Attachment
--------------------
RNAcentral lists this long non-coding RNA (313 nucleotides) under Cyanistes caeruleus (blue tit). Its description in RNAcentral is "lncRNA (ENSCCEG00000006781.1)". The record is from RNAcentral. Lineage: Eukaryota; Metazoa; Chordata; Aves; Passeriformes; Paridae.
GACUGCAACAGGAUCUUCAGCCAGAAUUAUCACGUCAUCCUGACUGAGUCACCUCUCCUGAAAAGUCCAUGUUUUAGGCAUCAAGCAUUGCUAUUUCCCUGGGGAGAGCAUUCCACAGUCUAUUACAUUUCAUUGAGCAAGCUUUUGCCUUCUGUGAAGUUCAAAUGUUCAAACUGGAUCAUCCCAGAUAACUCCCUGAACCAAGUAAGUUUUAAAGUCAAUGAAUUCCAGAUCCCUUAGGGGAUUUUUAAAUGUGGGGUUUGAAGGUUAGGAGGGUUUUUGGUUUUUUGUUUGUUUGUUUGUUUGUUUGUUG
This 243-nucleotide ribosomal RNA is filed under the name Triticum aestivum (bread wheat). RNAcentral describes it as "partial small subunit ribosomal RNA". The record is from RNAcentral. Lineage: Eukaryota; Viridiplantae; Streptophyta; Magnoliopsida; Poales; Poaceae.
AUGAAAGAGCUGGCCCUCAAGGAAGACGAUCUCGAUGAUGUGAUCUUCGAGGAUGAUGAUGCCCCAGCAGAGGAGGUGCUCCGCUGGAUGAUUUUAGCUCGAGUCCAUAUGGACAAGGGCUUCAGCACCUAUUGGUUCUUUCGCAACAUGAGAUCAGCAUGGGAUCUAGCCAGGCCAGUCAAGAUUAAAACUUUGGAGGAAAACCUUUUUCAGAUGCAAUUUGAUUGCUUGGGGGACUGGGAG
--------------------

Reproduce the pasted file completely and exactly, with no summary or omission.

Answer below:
RNAcentral lists this long non-coding RNA (313 nucleotides) under Cyanistes caeruleus (blue tit). Its description in RNAcentral is "lncRNA (ENSCCEG00000006781.1)". The record is from RNAcentral. Lineage: Eukaryota; Metazoa; Chordata; Aves; Passeriformes; Paridae.
GACUGCAACAGGAUCUUCAGCCAGAAUUAUCACGUCAUCCUGACUGAGUCACCUCUCCUGAAAAGUCCAUGUUUUAGGCAUCAAGCAUUGCUAUUUCCCUGGGGAGAGCAUUCCACAGUCUAUUACAUUUCAUUGAGCAAGCUUUUGCCUUCUGUGAAGUUCAAAUGUUCAAACUGGAUCAUCCCAGAUAACUCCCUGAACCAAGUAAGUUUUAAAGUCAAUGAAUUCCAGAUCCCUUAGGGGAUUUUUAAAUGUGGGGUUUGAAGGUUAGGAGGGUUUUUGGUUUUUUGUUUGUUUGUUUGUUUGUUUGUUG
This 243-nucleotide ribosomal RNA is filed under the name Triticum aestivum (bread wheat). RNAcentral describes it as "partial small subunit ribosomal RNA". The record is from RNAcentral. Lineage: Eukaryota; Viridiplantae; Streptophyta; Magnoliopsida; Poales; Poaceae.
AUGAAAGAGCUGGCCCUCAAGGAAGACGAUCUCGAUGAUGUGAUCUUCGAGGAUGAUGAUGCCCCAGCAGAGGAGGUGCUCCGCUGGAUGAUUUUAGCUCGAGUCCAUAUGGACAAGGGCUUCAGCACCUAUUGGUUCUUUCGCAACAUGAGAUCAGCAUGGGAUCUAGCCAGGCCAGUCAAGAUUAAAACUUUGGAGGAAAACCUUUUUCAGAUGCAAUUUGAUUGCUUGGGGGACUGGGAG